La Colonia: Spanish Immigrants in New York, catalog and videos

July 14, 2012

The photo show that I curated –La colonia:  A photo album of Spanish immigrants in New York, 1898 – 1945– is currently on display in León, Spain, thanks to the city of León and the University of Washington, Seattle, which has a program and a site there.  The show originally opened in New York, at NYU’s King Juan Carlos I of Spain Center, and then began its Spanish tour last March at the Valey Centro Cultural in Piedras Blancas, Asturias.

The Valey Centro Cultural has produced a lovely catalogue for the show, with reproductions of all of the photos in the exhibition, plus essays by Eduardo Lago, Luis Argeo and myself; it can be viewed and downloaded free of charge here.

The English versions of the essays can be found toward the end of the catalog.

Videoportraits (in Spanish) of the seven descendants of immigrants who contributed photographs to the exhibition can be viewed here.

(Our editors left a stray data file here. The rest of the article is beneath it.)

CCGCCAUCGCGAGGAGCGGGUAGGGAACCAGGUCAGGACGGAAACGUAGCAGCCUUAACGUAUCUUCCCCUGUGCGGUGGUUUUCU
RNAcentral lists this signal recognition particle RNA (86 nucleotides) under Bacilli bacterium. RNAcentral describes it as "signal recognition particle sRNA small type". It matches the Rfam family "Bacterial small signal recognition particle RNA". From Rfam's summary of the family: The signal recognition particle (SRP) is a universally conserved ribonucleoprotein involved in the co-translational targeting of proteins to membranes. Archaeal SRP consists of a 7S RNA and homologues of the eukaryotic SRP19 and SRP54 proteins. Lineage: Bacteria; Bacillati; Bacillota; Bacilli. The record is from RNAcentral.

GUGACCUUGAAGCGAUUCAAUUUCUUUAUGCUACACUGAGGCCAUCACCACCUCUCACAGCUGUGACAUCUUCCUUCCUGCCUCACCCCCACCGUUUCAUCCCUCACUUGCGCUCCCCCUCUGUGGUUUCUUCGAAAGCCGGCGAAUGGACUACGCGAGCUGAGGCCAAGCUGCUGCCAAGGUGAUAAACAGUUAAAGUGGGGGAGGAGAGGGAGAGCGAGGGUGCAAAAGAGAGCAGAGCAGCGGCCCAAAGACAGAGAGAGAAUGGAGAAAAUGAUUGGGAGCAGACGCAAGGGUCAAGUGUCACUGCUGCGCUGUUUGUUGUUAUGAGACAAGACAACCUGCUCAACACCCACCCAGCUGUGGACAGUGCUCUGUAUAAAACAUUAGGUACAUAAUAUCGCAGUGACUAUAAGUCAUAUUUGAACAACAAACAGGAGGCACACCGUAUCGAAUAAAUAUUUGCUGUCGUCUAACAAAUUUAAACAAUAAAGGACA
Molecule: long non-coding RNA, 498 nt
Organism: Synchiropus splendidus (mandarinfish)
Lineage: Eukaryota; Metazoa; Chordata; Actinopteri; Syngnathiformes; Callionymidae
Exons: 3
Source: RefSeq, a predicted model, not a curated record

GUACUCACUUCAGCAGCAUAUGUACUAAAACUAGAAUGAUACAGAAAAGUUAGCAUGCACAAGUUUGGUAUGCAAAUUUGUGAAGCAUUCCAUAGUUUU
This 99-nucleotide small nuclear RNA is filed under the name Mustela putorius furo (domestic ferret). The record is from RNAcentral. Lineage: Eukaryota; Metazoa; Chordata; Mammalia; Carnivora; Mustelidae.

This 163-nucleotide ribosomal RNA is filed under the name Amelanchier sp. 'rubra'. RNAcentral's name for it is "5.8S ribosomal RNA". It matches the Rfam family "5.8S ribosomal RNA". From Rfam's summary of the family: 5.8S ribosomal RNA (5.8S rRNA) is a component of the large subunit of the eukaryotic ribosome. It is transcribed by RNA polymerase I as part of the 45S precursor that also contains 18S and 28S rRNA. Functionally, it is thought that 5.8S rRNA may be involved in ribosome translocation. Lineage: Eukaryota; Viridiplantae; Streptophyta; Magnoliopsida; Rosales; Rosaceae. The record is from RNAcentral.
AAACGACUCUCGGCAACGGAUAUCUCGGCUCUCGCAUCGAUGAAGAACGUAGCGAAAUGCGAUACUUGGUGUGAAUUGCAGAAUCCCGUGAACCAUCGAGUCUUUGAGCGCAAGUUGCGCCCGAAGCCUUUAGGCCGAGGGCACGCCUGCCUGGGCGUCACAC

The Spaniards documented here were mostly working class immigrants who arrived to New York during the first two decades of the twentieth century.  By the time the Civil War broke out in Spain, they had already organized themselves in an impressive array of associations:  social and sports clubs, regional groups, mutual aid societies, and the like.  During the war, many of those organizations would mobilize in support of the Republic. Though the vast majority of these immigrants were supporters of the Republic, there were pro-Franco Spaniards in the city as well, and the years 1936-39 were a time of strife and solidarity in la colonia.

Videoclip of Luz Castaños (in English) on the Spanish Civil War in La colonia.

Videoclip of Joe Mora (in English) on the Spanish Civil War in La colonia.

Videoclip of Anita Yglesias (in English) on the Spanish Civil War in La colonia.

James D. Fernández is ALBA Vice Chair and Professor of Spanish Literature and Culture at New York University.  Read more of his recent blog posts here.